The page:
By Thomas Ruys Smith
In 1836 Benjamin Drake, a midwestern author of renowned sketches for newspapers of the day, brought his readers to a brand new and rather American rascal who rode the steamboats up and down the Mississippi and different western waterways—the riverboat gambler
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Extra resources for Blacklegs, Card Sharps, and Confidence Men: Nineteenth-Century Mississippi River Gambling Stories (Southern Literary Studies)
An American version was produced in the 1860s and reprinted 23 Bl ack legs, Ca r d Sh a r ps, a n d C on fidence M en well into the twentieth century. According to its editor, “Americans rarely play games which have been introduced from Europe according to European methods” (Dick iv). As a result, William Dick’s The American Hoyle remains the most useful guide to the games played in these pieces. Even then, readers should beware. As reformed gambler and antigambling activist Jonathan Green cautioned, gamblers didn’t always play by the rules: “Mr.
Disrespect! ” 42 From Col. —and have you allowed a hint to drive you from the pursuit? For shame. ” “No, no, never! a hint is sufficient for a man of my gentlemanly feelings. ” “Well, what followed? ” “So I thought. ” “Why, then, he kicked me down stairs; and ordered his slaves to pump upon me. ” As Thimblerig’s new coat became rather too seedy to play the part of a gentleman much longer in real life, he determined to sustain that character upon the stage, and accordingly joined a company of players.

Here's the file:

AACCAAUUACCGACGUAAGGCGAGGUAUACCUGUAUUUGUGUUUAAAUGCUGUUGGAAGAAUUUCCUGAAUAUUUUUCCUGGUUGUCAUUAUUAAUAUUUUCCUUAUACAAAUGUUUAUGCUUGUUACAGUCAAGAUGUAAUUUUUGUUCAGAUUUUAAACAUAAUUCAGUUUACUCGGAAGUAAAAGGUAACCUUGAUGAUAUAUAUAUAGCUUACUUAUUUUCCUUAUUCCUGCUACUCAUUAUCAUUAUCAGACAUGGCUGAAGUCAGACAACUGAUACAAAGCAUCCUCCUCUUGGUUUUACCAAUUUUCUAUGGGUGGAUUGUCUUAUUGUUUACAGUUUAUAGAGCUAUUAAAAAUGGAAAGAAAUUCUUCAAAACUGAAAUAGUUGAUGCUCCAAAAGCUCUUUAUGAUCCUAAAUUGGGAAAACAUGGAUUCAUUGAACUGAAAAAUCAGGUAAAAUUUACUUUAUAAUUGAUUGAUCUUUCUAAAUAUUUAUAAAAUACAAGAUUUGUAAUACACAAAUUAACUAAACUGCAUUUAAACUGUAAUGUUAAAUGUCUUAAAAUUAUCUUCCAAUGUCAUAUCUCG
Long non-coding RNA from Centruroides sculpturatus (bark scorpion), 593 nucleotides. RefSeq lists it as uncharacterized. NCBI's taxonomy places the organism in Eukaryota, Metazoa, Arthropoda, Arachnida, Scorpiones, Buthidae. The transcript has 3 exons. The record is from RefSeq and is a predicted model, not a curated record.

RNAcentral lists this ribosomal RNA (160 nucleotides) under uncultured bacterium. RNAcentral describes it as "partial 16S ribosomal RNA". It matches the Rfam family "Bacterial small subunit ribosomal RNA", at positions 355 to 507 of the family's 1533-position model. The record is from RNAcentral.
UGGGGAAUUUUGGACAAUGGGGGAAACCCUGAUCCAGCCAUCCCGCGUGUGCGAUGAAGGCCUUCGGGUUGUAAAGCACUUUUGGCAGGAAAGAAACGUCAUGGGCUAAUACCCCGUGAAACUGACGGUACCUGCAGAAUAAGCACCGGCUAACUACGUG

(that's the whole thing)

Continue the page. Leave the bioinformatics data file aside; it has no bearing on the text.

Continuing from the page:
However, the Mississippi Gaming Control Act, as Matt Dowd explains, also “limited the area where gaming would be allowed to the regions where the activity had historically taken place: the Gulf Coast and along the Mississippi River” (325). With no little irony, therefore, eager gamers now board ersatz, land-locked steamboats—with employees dressed in what Frederick and Stephen Barthelme have described as “paddle-boat quaint: cheap tux shirts, black bow ties, red cartoon suspenders” (9)—where professional gamblers were once lynched.
Blacklegs, Card Sharps, and Confidence Men: Nineteenth-Century Mississippi River Gambling Stories (Southern Literary Studies) by Thomas Ruys Smith